Exercise-related injuries are also likely to increase the risk for dropping out of vigorous exercise programs. Scientific evidence suggests that most exercise-related injuries are preventable.

Encouraging patients to make appointments to exercise (even with themselves) can be helpful. Exercising with others can also enhance committment because it is harder to "forget" exercise when someone else is involved.

Physicians who set a good example themselves further enhance the importance of the message they wish to send to patients.

Caloric Expenditure of Physical Exercise

Activity Kcal/h
Lying down 80
Sitting 100
Standing 140
Walking (2.5 kmph) 210
Swimming 300
Brisk walking 300
Dancing 350
Cycling (15 kmph) 400
Running (5 kmph) 600
Mopping floors, Gardening 300
Table tennis, Badminton 300

(i) Exercising with excessively high blood glucose should be avoided, because the blood glucose may go even higher. If one finds that the blood glucose is too high just before exercise ie > 300 mg/dl (with type 1 diabetes), and > 400 mg/dl (with type 2 diabetes) - don't try to "work it off". Exercising will probably send it higher. Get back on the diabetes management plan.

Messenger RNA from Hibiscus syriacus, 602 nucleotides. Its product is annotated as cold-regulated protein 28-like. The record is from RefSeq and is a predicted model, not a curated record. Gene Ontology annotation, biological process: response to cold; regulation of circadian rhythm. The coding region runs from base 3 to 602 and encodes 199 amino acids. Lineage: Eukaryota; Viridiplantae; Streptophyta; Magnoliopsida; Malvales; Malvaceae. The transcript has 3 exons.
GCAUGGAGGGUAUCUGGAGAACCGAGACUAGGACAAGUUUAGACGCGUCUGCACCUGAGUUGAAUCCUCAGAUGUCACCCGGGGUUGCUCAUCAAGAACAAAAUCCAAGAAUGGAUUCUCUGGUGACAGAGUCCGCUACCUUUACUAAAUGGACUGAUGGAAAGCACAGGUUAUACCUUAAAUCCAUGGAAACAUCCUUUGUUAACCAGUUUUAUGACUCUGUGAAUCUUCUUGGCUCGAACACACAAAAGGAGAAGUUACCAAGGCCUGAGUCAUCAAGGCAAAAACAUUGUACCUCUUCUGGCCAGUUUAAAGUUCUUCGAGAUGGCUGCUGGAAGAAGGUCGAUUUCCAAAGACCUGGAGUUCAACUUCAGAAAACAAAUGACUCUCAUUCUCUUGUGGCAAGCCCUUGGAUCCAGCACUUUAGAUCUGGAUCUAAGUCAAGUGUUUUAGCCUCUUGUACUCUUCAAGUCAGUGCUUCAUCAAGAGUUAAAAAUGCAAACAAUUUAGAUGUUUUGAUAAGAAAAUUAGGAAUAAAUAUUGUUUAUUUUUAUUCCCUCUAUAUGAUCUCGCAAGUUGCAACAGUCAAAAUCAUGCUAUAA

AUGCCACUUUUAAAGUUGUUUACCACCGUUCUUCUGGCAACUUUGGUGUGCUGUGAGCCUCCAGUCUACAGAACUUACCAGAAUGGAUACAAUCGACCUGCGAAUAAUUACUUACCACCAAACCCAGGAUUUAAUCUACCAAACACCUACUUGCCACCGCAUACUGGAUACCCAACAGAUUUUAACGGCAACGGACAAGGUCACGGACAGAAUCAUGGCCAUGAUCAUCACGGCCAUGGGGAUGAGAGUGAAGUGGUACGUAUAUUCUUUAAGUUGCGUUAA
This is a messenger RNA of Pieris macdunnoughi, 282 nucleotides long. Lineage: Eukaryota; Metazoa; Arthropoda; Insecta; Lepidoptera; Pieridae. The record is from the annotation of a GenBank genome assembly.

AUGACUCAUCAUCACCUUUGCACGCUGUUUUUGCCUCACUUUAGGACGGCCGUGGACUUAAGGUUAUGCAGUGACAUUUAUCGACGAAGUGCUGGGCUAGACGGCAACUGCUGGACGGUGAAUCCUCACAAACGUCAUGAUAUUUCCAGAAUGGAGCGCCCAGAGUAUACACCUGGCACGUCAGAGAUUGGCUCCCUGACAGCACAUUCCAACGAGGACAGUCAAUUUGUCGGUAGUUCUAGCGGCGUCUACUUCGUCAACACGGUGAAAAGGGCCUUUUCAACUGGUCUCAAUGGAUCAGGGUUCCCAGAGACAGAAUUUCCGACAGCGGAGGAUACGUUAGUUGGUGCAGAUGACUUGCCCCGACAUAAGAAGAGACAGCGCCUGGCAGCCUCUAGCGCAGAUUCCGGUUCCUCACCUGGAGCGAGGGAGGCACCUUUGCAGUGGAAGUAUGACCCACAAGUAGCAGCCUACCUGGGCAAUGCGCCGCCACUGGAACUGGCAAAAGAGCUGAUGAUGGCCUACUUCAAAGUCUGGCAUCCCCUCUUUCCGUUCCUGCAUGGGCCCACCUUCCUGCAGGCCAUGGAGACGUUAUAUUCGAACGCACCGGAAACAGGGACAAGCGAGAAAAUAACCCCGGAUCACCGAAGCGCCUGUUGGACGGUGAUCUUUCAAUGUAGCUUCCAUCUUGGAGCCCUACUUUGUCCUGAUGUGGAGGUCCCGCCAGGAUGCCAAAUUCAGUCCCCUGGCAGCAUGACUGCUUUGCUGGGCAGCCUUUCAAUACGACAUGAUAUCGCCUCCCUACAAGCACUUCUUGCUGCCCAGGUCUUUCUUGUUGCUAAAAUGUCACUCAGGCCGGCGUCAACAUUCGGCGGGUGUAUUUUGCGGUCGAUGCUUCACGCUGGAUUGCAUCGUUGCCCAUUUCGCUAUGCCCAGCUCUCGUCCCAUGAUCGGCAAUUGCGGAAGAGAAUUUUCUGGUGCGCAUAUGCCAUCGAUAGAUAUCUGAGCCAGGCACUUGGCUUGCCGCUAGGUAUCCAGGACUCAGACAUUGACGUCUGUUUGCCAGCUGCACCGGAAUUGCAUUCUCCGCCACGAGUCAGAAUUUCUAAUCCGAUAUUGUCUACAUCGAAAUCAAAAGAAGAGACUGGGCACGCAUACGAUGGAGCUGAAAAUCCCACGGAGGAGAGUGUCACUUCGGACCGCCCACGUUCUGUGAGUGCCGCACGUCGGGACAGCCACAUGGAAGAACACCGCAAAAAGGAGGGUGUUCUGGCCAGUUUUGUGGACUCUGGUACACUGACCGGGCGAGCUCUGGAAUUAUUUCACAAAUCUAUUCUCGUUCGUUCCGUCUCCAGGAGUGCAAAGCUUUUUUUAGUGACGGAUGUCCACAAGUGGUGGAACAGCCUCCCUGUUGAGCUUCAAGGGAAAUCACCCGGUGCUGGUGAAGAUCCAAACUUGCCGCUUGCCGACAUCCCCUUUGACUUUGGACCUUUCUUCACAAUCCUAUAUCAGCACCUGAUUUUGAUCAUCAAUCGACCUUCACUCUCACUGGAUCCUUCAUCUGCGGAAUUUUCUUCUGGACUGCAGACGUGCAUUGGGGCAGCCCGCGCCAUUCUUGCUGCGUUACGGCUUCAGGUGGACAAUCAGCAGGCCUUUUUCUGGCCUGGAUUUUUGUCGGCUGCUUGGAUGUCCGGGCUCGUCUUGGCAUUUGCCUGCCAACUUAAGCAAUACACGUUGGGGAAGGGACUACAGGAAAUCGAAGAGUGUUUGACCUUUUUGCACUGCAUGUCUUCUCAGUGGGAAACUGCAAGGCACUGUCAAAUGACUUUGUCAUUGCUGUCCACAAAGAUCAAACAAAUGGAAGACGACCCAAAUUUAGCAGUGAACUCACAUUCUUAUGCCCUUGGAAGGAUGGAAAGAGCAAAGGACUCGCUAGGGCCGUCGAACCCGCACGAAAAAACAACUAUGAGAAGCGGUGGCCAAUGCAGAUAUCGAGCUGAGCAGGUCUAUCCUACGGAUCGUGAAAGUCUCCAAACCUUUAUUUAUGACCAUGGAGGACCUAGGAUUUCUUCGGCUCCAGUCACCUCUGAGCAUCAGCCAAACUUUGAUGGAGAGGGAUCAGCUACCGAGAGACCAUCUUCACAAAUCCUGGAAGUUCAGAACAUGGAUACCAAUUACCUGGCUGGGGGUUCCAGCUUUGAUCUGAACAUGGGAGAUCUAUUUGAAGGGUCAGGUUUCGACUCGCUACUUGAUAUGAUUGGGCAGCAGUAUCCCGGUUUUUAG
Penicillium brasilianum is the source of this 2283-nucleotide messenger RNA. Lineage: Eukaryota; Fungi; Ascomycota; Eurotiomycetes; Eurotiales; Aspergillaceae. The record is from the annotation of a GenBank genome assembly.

(ii) Ketosis should be absent otherwise it gets aggravated.

(iii) Severe or progressive retinopathy should be ruled out.

(iv) Patients with advanced neuropathy should not carry out exercises involving lower limbs to prevent foot injury or pressure sores.

(v) Patients with unstable angina or poor left ventricular reserve should undergo cardiac evaluation before active exercise. Some of these patients may need to undergo exercise stress testing.

(vi) In the long term, exercising during an illness can delay your recovery or cause the illness to worsen. A chest cold, for instance can develop into bronchitis or pneumonia. It may take a few days, weeks, or months (depending on the length and nature of your illness) to get back to peak form, but try to be patient.